Actually we can see this. But it means nothing significant so we ignore it - many applicants put their choices in alpha-order, or grade order or even totally random order, so Universities read nothing into it.
Reply 7
Original post by returnmigrant
Actually we can see this. But it means nothing significant so we ignore it - many applicants put their choices in alpha-order, or grade order or even totally random order, so Universities read nothing into it.


You might want to clarify this.

Universities can not see an applicants other choices until after the applicant has made their firm/insurance choices.

Edit to correct my own post!
(edited 7 years ago)
Original post by returnmigrant
Actually we can see this. But it means nothing significant so we ignore it - many applicants put their choices in alpha-order, or grade order or even totally random order, so Universities read nothing into it.


They can only see it after offers are made.
Original post by Abstract_Prism
They can only see it after offers are made.


Sorry, but this is not correct. We cannot see the names of the other Unis applied to until Firm choices are made but we can see the choice number from day 1.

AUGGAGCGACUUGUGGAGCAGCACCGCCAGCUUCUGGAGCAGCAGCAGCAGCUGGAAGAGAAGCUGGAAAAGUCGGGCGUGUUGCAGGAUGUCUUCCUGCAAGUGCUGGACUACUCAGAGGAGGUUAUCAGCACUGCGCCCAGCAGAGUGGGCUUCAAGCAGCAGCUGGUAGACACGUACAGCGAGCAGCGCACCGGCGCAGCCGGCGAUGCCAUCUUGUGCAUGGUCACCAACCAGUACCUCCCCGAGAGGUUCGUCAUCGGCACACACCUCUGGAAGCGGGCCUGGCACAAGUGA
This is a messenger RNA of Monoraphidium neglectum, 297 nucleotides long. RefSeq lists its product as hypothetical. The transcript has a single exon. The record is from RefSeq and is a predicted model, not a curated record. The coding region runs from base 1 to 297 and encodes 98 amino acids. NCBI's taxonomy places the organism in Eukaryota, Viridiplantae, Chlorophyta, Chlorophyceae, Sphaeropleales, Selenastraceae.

(edited 7 years ago)
Original post by returnmigrant
Actually we can see this. But it means nothing significant so we ignore it - many applicants put their choices in alpha-order, or grade order or even totally random order, so Universities read nothing into it.


Regardless of how an applicant select their choices, UCAS automatically reorders all choices alphabetically. So the number you see is more related to how far down the alphabet your university name is.
Original post by Blueberry.89
Regardless of how an applicant select their choices, UCAS automatically reorders all choices alphabetically. So the number you see is more related to how far down the alphabet your university name is.


This definitely used to be the case (except it isn't alphabetically by name it is by UCAS institution code - but those are roughly alphabetical).